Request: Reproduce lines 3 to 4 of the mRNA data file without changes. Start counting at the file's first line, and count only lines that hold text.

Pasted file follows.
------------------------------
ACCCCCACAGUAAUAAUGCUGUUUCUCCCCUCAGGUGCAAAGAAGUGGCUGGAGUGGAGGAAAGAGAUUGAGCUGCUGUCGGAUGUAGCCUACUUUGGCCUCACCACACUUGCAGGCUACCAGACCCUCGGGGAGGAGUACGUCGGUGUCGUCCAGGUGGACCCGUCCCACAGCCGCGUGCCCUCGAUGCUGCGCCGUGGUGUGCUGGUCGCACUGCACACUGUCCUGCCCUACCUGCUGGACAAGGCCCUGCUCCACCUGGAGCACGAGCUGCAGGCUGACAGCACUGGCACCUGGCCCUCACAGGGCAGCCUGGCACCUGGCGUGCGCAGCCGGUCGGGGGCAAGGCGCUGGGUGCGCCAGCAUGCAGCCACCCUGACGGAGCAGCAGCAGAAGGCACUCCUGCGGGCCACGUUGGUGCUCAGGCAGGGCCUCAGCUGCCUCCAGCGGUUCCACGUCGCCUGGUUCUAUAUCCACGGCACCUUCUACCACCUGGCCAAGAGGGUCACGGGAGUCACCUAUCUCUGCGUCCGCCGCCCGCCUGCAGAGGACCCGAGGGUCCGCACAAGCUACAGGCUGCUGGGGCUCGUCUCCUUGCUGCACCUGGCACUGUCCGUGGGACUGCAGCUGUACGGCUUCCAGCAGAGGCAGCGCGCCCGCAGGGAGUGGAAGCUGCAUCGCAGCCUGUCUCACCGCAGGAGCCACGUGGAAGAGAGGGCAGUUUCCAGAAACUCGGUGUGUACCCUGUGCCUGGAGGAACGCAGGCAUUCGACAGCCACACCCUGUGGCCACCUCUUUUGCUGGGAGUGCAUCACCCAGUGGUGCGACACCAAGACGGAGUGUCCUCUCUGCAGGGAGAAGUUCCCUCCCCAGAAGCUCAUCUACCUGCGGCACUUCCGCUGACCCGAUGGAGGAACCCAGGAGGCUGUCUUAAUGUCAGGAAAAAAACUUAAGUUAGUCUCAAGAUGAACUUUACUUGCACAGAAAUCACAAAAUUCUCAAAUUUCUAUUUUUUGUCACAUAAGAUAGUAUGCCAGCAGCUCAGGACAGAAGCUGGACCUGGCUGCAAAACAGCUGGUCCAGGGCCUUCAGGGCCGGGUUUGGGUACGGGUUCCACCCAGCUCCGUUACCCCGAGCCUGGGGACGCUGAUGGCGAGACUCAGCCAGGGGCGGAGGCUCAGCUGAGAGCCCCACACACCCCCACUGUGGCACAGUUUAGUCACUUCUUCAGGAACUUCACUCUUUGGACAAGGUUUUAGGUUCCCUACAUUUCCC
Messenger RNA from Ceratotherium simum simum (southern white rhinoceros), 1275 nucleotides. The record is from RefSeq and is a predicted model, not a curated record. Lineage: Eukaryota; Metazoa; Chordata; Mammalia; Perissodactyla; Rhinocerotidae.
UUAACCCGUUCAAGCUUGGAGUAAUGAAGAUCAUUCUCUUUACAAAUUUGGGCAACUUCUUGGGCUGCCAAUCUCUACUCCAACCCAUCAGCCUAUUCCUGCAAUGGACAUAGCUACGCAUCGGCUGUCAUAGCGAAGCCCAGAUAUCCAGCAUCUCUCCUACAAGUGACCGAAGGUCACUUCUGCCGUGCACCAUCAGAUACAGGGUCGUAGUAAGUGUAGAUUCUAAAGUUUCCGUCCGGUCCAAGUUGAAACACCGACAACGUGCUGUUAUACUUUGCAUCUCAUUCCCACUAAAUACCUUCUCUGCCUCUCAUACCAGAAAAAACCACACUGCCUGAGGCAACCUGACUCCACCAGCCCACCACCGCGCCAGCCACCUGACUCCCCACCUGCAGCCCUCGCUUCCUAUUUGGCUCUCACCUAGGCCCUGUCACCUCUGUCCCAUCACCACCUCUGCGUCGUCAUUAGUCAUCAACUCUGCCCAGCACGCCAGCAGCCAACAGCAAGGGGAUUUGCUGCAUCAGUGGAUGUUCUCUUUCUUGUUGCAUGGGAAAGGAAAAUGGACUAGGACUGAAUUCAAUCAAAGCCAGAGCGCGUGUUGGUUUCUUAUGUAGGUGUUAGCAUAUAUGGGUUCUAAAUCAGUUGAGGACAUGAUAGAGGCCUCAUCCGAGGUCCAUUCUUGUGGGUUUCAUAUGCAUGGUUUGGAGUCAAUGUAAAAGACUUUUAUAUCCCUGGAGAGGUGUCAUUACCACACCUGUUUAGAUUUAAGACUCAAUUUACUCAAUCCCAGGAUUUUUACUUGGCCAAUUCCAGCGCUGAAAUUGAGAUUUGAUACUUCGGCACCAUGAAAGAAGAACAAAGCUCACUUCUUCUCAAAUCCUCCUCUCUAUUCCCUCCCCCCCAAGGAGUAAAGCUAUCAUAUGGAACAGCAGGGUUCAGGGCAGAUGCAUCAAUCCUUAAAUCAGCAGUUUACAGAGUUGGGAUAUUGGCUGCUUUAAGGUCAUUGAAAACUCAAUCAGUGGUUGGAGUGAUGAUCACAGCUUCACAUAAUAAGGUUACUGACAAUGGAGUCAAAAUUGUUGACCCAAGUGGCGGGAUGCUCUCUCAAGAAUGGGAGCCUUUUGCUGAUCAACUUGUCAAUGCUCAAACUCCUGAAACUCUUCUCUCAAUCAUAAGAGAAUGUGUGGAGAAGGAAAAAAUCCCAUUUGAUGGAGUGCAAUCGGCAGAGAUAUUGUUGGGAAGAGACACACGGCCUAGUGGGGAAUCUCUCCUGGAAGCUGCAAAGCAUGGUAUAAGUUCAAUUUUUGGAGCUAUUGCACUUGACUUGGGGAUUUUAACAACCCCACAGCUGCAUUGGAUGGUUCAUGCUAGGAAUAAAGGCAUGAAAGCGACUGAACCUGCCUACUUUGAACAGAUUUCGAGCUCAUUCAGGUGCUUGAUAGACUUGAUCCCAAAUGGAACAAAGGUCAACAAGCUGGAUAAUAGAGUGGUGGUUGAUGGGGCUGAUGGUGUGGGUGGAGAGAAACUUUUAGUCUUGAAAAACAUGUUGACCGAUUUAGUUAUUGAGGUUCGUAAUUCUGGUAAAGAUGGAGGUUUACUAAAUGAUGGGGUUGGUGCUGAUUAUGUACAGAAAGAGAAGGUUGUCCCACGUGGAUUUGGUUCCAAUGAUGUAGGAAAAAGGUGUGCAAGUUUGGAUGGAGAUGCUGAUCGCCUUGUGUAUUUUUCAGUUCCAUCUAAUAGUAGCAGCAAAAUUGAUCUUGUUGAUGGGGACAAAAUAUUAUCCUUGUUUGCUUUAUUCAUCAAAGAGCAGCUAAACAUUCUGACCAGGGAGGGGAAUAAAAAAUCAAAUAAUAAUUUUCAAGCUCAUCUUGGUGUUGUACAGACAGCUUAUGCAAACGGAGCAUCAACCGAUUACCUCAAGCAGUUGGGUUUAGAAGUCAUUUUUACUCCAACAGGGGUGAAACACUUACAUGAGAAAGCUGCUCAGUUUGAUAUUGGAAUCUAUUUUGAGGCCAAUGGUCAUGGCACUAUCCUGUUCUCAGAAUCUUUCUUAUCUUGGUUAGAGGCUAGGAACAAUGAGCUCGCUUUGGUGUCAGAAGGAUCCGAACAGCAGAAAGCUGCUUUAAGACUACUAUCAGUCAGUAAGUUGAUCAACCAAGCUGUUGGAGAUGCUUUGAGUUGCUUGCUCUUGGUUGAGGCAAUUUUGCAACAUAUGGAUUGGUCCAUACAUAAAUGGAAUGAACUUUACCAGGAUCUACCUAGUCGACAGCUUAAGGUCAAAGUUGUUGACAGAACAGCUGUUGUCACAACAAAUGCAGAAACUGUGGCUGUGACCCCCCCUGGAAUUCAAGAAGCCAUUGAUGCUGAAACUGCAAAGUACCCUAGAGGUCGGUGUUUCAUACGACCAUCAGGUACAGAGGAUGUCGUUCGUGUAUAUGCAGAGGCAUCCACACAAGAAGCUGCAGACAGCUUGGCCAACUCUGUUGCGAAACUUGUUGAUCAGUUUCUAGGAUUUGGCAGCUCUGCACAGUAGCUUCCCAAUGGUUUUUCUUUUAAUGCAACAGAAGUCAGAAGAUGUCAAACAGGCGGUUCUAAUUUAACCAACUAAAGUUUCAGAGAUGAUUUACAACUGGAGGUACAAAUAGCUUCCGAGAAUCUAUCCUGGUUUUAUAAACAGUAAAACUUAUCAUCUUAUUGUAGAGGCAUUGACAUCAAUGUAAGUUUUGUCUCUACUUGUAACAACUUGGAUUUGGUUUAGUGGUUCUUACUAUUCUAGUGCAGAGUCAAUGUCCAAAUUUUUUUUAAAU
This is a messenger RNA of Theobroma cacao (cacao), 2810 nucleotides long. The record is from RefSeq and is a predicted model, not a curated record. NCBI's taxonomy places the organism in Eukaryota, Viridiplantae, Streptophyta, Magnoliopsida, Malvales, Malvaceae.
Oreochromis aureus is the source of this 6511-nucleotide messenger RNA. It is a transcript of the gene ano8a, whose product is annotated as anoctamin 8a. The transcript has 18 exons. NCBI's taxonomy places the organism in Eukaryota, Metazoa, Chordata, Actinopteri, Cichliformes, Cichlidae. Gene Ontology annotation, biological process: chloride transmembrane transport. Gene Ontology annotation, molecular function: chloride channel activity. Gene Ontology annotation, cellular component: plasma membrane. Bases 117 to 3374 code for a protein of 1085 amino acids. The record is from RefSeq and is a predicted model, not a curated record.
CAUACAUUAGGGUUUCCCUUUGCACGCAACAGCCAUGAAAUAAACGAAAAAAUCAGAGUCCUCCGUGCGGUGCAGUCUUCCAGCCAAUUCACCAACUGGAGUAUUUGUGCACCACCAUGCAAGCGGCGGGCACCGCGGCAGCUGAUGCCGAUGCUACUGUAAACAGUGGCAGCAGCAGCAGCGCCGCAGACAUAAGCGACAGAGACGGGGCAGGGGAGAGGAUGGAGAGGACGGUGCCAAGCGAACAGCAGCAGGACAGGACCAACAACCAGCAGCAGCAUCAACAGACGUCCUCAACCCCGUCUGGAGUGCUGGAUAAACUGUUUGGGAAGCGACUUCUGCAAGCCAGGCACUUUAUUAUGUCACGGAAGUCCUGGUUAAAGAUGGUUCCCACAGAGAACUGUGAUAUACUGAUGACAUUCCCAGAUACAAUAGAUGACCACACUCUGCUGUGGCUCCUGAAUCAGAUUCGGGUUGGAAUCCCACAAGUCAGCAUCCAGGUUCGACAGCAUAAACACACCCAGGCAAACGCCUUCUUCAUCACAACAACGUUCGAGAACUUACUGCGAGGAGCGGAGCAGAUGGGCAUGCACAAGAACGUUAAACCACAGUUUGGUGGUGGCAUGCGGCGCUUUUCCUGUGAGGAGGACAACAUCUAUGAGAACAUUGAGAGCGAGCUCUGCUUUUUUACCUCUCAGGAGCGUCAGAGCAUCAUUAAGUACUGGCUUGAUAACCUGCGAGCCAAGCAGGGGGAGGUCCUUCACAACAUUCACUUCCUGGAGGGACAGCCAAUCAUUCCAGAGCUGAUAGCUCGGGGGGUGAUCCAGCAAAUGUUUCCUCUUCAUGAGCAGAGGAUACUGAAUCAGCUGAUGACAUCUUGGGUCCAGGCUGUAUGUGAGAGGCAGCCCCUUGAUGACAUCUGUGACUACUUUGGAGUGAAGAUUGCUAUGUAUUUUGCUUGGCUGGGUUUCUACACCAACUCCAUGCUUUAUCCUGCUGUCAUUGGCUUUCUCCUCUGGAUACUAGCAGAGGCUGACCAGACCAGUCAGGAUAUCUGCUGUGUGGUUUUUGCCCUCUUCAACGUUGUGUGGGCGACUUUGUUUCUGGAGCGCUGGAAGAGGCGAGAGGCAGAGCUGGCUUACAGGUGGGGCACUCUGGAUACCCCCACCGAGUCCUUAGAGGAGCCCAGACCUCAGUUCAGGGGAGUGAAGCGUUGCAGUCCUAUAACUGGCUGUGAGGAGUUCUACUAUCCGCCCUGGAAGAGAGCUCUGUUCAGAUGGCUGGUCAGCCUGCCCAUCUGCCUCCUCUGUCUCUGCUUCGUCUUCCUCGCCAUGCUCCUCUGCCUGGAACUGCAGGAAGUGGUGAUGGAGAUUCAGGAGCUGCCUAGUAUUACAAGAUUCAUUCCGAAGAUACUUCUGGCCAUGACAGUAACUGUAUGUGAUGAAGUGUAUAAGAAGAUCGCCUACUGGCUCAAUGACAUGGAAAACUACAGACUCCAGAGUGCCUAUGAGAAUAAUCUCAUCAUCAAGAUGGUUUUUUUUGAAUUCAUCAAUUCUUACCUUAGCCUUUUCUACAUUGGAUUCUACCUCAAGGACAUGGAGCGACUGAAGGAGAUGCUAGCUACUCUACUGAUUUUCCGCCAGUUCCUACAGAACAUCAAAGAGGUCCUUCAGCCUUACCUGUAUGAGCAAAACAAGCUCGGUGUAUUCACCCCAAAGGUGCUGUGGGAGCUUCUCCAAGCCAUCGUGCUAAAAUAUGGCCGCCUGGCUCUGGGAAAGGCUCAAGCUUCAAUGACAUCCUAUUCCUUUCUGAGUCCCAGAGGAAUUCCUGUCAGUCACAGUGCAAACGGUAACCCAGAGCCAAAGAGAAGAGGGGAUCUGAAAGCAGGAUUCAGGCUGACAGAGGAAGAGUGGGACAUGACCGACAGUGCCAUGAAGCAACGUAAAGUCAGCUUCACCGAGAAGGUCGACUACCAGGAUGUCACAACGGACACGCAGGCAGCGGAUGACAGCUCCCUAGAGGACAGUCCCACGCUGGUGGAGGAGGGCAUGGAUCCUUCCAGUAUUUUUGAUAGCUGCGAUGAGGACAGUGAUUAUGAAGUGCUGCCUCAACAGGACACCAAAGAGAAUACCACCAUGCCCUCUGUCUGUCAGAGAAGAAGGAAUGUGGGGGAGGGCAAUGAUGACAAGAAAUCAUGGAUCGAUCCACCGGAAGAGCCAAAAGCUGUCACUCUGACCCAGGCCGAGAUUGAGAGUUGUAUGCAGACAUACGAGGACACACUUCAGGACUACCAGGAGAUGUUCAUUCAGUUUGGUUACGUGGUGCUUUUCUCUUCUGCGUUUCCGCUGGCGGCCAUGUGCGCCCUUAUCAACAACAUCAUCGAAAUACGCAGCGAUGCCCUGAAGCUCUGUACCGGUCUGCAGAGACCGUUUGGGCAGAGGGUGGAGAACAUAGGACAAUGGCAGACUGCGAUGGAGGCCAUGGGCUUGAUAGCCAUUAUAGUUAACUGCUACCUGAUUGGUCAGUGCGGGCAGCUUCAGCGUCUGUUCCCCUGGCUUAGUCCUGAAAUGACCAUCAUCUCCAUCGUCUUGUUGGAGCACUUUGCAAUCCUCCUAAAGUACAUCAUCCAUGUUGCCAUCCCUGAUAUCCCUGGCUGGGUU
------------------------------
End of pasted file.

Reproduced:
UUAACCCGUUCAAGCUUGGAGUAAUGAAGAUCAUUCUCUUUACAAAUUUGGGCAACUUCUUGGGCUGCCAAUCUCUACUCCAACCCAUCAGCCUAUUCCUGCAAUGGACAUAGCUACGCAUCGGCUGUCAUAGCGAAGCCCAGAUAUCCAGCAUCUCUCCUACAAGUGACCGAAGGUCACUUCUGCCGUGCACCAUCAGAUACAGGGUCGUAGUAAGUGUAGAUUCUAAAGUUUCCGUCCGGUCCAAGUUGAAACACCGACAACGUGCUGUUAUACUUUGCAUCUCAUUCCCACUAAAUACCUUCUCUGCCUCUCAUACCAGAAAAAACCACACUGCCUGAGGCAACCUGACUCCACCAGCCCACCACCGCGCCAGCCACCUGACUCCCCACCUGCAGCCCUCGCUUCCUAUUUGGCUCUCACCUAGGCCCUGUCACCUCUGUCCCAUCACCACCUCUGCGUCGUCAUUAGUCAUCAACUCUGCCCAGCACGCCAGCAGCCAACAGCAAGGGGAUUUGCUGCAUCAGUGGAUGUUCUCUUUCUUGUUGCAUGGGAAAGGAAAAUGGACUAGGACUGAAUUCAAUCAAAGCCAGAGCGCGUGUUGGUUUCUUAUGUAGGUGUUAGCAUAUAUGGGUUCUAAAUCAGUUGAGGACAUGAUAGAGGCCUCAUCCGAGGUCCAUUCUUGUGGGUUUCAUAUGCAUGGUUUGGAGUCAAUGUAAAAGACUUUUAUAUCCCUGGAGAGGUGUCAUUACCACACCUGUUUAGAUUUAAGACUCAAUUUACUCAAUCCCAGGAUUUUUACUUGGCCAAUUCCAGCGCUGAAAUUGAGAUUUGAUACUUCGGCACCAUGAAAGAAGAACAAAGCUCACUUCUUCUCAAAUCCUCCUCUCUAUUCCCUCCCCCCCAAGGAGUAAAGCUAUCAUAUGGAACAGCAGGGUUCAGGGCAGAUGCAUCAAUCCUUAAAUCAGCAGUUUACAGAGUUGGGAUAUUGGCUGCUUUAAGGUCAUUGAAAACUCAAUCAGUGGUUGGAGUGAUGAUCACAGCUUCACAUAAUAAGGUUACUGACAAUGGAGUCAAAAUUGUUGACCCAAGUGGCGGGAUGCUCUCUCAAGAAUGGGAGCCUUUUGCUGAUCAACUUGUCAAUGCUCAAACUCCUGAAACUCUUCUCUCAAUCAUAAGAGAAUGUGUGGAGAAGGAAAAAAUCCCAUUUGAUGGAGUGCAAUCGGCAGAGAUAUUGUUGGGAAGAGACACACGGCCUAGUGGGGAAUCUCUCCUGGAAGCUGCAAAGCAUGGUAUAAGUUCAAUUUUUGGAGCUAUUGCACUUGACUUGGGGAUUUUAACAACCCCACAGCUGCAUUGGAUGGUUCAUGCUAGGAAUAAAGGCAUGAAAGCGACUGAACCUGCCUACUUUGAACAGAUUUCGAGCUCAUUCAGGUGCUUGAUAGACUUGAUCCCAAAUGGAACAAAGGUCAACAAGCUGGAUAAUAGAGUGGUGGUUGAUGGGGCUGAUGGUGUGGGUGGAGAGAAACUUUUAGUCUUGAAAAACAUGUUGACCGAUUUAGUUAUUGAGGUUCGUAAUUCUGGUAAAGAUGGAGGUUUACUAAAUGAUGGGGUUGGUGCUGAUUAUGUACAGAAAGAGAAGGUUGUCCCACGUGGAUUUGGUUCCAAUGAUGUAGGAAAAAGGUGUGCAAGUUUGGAUGGAGAUGCUGAUCGCCUUGUGUAUUUUUCAGUUCCAUCUAAUAGUAGCAGCAAAAUUGAUCUUGUUGAUGGGGACAAAAUAUUAUCCUUGUUUGCUUUAUUCAUCAAAGAGCAGCUAAACAUUCUGACCAGGGAGGGGAAUAAAAAAUCAAAUAAUAAUUUUCAAGCUCAUCUUGGUGUUGUACAGACAGCUUAUGCAAACGGAGCAUCAACCGAUUACCUCAAGCAGUUGGGUUUAGAAGUCAUUUUUACUCCAACAGGGGUGAAACACUUACAUGAGAAAGCUGCUCAGUUUGAUAUUGGAAUCUAUUUUGAGGCCAAUGGUCAUGGCACUAUCCUGUUCUCAGAAUCUUUCUUAUCUUGGUUAGAGGCUAGGAACAAUGAGCUCGCUUUGGUGUCAGAAGGAUCCGAACAGCAGAAAGCUGCUUUAAGACUACUAUCAGUCAGUAAGUUGAUCAACCAAGCUGUUGGAGAUGCUUUGAGUUGCUUGCUCUUGGUUGAGGCAAUUUUGCAACAUAUGGAUUGGUCCAUACAUAAAUGGAAUGAACUUUACCAGGAUCUACCUAGUCGACAGCUUAAGGUCAAAGUUGUUGACAGAACAGCUGUUGUCACAACAAAUGCAGAAACUGUGGCUGUGACCCCCCCUGGAAUUCAAGAAGCCAUUGAUGCUGAAACUGCAAAGUACCCUAGAGGUCGGUGUUUCAUACGACCAUCAGGUACAGAGGAUGUCGUUCGUGUAUAUGCAGAGGCAUCCACACAAGAAGCUGCAGACAGCUUGGCCAACUCUGUUGCGAAACUUGUUGAUCAGUUUCUAGGAUUUGGCAGCUCUGCACAGUAGCUUCCCAAUGGUUUUUCUUUUAAUGCAACAGAAGUCAGAAGAUGUCAAACAGGCGGUUCUAAUUUAACCAACUAAAGUUUCAGAGAUGAUUUACAACUGGAGGUACAAAUAGCUUCCGAGAAUCUAUCCUGGUUUUAUAAACAGUAAAACUUAUCAUCUUAUUGUAGAGGCAUUGACAUCAAUGUAAGUUUUGUCUCUACUUGUAACAACUUGGAUUUGGUUUAGUGGUUCUUACUAUUCUAGUGCAGAGUCAAUGUCCAAAUUUUUUUUAAAU
This is a messenger RNA of Theobroma cacao (cacao), 2810 nucleotides long. The record is from RefSeq and is a predicted model, not a curated record. NCBI's taxonomy places the organism in Eukaryota, Viridiplantae, Streptophyta, Magnoliopsida, Malvales, Malvaceae.